Negotiations halfway complete on UN high seas treaty, with far-reaching impacts for seafood industry

Published on
August 8, 2019

Time is running out for the fishing and seafood industries to weigh in on a United Nations treaty that will govern fishing and other activities on the high seas.

The treaty is being developed as part of the United Nations Convention on the Law of the Sea and is formally known as the Biodiversity Beyond National Jurisdiction (BBNJ) Agreement. It could raise costs for fishermen by adding administrative and reporting requirements for those who fish outside of countries’ national waters.

Several key provisions in the treaty would also affect where and how vessels fish on the high seas by setting up mechanisms to create area-based management tools, such as marine protected areas, and outlining when and where environmental impact assessments must be completed.

Negotiators from more than 200 countries have completed two of four negotiating sessions so far – the first in September last year and the second in March and April of this year. A third round will run from 19 to 30 August at the U.N. headquarters in New York, with a fourth and final round in early 2020. The draft text of the treaty was released earlier this summer. 

So far, the fishing and seafood industries have not contributed substantially to the treaty negotiation process, according to Paul Holthus, founder and president of the World Ocean Council, a business alliance that advances corporate responsibility in regard to the oceans.

“The treaty development is thus moving forward steadily to realizing a legally binding agreement that significantly revises the ‘freedom of the seas’ concept that has defined human involvement in the high seas for centuries,” Holthus told SeafoodSource. “There is not much time left in the process for the fisheries, seafood, and other ocean industries to provide their input.”

The World Ocean Council has been the only ocean business organization that has consistently engaged in the treaty process during the last decade, Holthus said, adding that the council will continue to provide input on the negotiation of the treaty text.

The draft treaty’s current requirements for environmental impact assessments are far-reaching, Holthus said. They outline which activities do and don’t require an assessment, who makes determinations on if an activity is allowed to proceed, and how results of an assessment can be challenged.

The environmental impacts considered go beyond a specific site or activity and include considerations of cumulative and transboundary effects, such as impacts that cross from national waters into international waters, Holthus said. The draft treaty text also allows for more stringent assessment requirements in areas that are designated ecologically or biologically significant.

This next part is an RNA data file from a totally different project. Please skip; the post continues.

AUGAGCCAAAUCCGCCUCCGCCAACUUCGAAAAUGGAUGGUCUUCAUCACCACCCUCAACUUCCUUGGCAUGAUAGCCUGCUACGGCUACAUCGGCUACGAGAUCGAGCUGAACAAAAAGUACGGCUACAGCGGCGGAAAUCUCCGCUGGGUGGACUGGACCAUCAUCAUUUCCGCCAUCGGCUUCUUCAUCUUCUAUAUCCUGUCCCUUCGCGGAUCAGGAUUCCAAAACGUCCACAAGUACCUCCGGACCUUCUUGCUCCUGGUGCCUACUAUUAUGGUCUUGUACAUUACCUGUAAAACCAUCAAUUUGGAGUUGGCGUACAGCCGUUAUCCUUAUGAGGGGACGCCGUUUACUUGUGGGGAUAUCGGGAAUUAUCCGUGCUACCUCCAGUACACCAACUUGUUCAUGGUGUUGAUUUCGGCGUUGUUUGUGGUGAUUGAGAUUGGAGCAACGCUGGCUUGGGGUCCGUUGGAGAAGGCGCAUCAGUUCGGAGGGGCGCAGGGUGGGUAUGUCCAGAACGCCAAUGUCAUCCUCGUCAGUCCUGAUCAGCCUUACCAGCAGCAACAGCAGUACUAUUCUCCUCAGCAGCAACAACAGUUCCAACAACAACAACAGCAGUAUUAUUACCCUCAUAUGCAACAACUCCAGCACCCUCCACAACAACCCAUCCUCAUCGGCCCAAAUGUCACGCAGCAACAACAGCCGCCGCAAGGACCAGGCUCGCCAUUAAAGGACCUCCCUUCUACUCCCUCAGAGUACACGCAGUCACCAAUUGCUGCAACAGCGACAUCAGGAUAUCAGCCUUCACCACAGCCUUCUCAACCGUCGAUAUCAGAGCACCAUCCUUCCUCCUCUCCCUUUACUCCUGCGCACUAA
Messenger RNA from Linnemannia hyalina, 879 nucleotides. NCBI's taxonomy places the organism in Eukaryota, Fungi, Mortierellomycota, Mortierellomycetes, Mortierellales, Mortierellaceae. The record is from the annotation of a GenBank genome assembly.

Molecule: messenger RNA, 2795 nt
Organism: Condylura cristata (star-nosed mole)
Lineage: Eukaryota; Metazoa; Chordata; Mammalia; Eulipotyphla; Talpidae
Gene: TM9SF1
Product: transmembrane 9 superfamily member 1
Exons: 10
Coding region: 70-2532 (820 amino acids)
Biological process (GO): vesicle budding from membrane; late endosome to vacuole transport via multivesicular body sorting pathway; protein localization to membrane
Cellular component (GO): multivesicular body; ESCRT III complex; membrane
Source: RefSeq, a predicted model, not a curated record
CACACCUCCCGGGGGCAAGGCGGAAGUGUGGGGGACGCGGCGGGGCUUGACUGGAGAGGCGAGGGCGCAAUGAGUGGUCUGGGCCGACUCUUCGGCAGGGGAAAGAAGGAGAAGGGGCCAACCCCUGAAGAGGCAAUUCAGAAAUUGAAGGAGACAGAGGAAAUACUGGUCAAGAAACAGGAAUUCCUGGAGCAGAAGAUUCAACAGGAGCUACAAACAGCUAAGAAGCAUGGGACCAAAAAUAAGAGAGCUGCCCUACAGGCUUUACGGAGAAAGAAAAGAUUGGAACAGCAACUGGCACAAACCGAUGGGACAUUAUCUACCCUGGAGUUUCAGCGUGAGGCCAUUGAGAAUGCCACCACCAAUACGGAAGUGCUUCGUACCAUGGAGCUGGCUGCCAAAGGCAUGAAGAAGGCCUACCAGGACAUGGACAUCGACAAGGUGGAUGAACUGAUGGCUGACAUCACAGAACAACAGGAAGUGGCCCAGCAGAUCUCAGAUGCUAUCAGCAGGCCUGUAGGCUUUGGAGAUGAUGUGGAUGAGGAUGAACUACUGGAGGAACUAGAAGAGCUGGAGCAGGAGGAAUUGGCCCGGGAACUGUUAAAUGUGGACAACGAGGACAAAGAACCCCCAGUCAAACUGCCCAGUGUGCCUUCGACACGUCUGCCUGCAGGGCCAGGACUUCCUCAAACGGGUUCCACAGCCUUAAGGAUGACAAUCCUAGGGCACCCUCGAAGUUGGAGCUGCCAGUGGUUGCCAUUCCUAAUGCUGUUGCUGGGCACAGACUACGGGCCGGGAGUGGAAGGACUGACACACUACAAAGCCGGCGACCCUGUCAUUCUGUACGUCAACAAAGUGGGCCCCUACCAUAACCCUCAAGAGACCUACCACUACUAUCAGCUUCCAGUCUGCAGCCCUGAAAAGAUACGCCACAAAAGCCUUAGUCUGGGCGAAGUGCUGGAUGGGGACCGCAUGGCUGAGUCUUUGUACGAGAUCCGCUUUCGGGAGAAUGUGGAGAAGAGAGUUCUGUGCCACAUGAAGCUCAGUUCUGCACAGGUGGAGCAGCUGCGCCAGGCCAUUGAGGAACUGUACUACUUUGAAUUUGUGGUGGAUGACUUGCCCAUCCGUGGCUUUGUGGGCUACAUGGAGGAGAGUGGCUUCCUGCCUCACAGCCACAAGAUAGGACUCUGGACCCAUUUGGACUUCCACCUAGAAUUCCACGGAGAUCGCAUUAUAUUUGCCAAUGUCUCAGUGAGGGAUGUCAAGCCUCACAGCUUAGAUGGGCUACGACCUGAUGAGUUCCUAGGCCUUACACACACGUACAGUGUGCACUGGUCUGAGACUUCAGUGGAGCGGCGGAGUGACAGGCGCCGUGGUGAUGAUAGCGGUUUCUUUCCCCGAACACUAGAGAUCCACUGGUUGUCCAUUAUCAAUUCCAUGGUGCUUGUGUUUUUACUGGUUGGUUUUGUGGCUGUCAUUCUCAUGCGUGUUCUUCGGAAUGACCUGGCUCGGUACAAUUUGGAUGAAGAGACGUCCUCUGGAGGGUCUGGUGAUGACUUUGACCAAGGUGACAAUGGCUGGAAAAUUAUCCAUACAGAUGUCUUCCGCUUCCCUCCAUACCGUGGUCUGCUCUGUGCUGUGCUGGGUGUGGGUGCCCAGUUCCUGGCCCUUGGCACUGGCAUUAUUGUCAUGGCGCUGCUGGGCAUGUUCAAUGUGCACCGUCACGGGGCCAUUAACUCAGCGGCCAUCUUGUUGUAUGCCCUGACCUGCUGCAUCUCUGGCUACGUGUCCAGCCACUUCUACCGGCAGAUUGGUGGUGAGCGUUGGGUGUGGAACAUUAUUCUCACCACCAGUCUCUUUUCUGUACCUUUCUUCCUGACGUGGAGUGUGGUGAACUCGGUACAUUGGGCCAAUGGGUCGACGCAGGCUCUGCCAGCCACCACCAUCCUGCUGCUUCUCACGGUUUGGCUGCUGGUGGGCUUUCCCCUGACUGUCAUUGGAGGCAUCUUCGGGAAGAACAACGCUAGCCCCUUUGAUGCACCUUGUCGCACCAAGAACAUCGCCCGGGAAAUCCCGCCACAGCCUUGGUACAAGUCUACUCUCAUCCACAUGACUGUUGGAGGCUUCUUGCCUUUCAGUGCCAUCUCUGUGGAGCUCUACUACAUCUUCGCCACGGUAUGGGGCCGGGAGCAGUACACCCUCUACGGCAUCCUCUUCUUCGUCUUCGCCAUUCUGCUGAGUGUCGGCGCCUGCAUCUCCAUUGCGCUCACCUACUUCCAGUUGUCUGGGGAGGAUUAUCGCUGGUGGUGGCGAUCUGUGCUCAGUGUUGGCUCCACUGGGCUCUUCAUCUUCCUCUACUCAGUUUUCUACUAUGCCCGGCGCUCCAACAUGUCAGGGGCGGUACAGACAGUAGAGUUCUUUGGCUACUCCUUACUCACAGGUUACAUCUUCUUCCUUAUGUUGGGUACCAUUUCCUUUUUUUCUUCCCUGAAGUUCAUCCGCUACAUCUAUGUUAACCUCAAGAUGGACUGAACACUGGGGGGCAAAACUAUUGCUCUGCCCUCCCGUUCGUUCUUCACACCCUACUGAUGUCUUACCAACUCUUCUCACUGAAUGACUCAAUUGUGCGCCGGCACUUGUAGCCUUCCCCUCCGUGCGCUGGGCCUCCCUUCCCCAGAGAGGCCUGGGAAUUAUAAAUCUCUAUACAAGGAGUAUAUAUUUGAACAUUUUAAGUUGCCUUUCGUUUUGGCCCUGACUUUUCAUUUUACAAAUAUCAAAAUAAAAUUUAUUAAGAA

Negotiators have debated which U.N. agency should administer the treaty, or whether a new body should be established, Holthus said. Aspects of monitoring and verifying are still being discussed, along with details related to which areas and activities will require an environmental impact assessment. Certain contentious issues may not be fully resolved in the treaty itself, which would then contain a broad outline and process for sorting out details later.

“It is important to remember that this will be a legally binding instrument under the Law of the Sea, effectively the most encompassing ocean regulation since the Law of the Sea itself was adopted,” Holthus said. “The fishing and seafood industry should thus be concerned that they have not provided a lot of input to the drafting of the treaty thus far.”

Currently, human activity on the high seas is managed by a patchwork of international bodies and treaties that vary greatly in their mandate, scope and objective. During the negotiations, disagreements have arisen over how the new treaty will mesh with those other bodies, according to Liz Karan, who heads the treaty delegation for The Pew Charitable Trusts, which is acting as an official NGO observer. 

Various regional fisheries management organizations have made interventions or participated in side events, Karan said, while representatives from domestic fishing industries and interests have participated in government stakeholder consultations in the U.S. and elsewhere. 

Discussion of how to manage the high seas has been ongoing at the U.N. for more than a decade, even though formal negotiations started just last year and are now halfway complete.

“There have been some tense moments during that period, but the current tenor of the negotiations is collegial with an eye towards achieving a practicable agreement,” Karan told SeafoodSource. “There also seems to be an increased momentum to successfully finalize the treaty text in 2020, based in part on the growing public attention and awareness that the health of our global ocean is declining.”

Photo courtesy of Yarygin/Shutterstock

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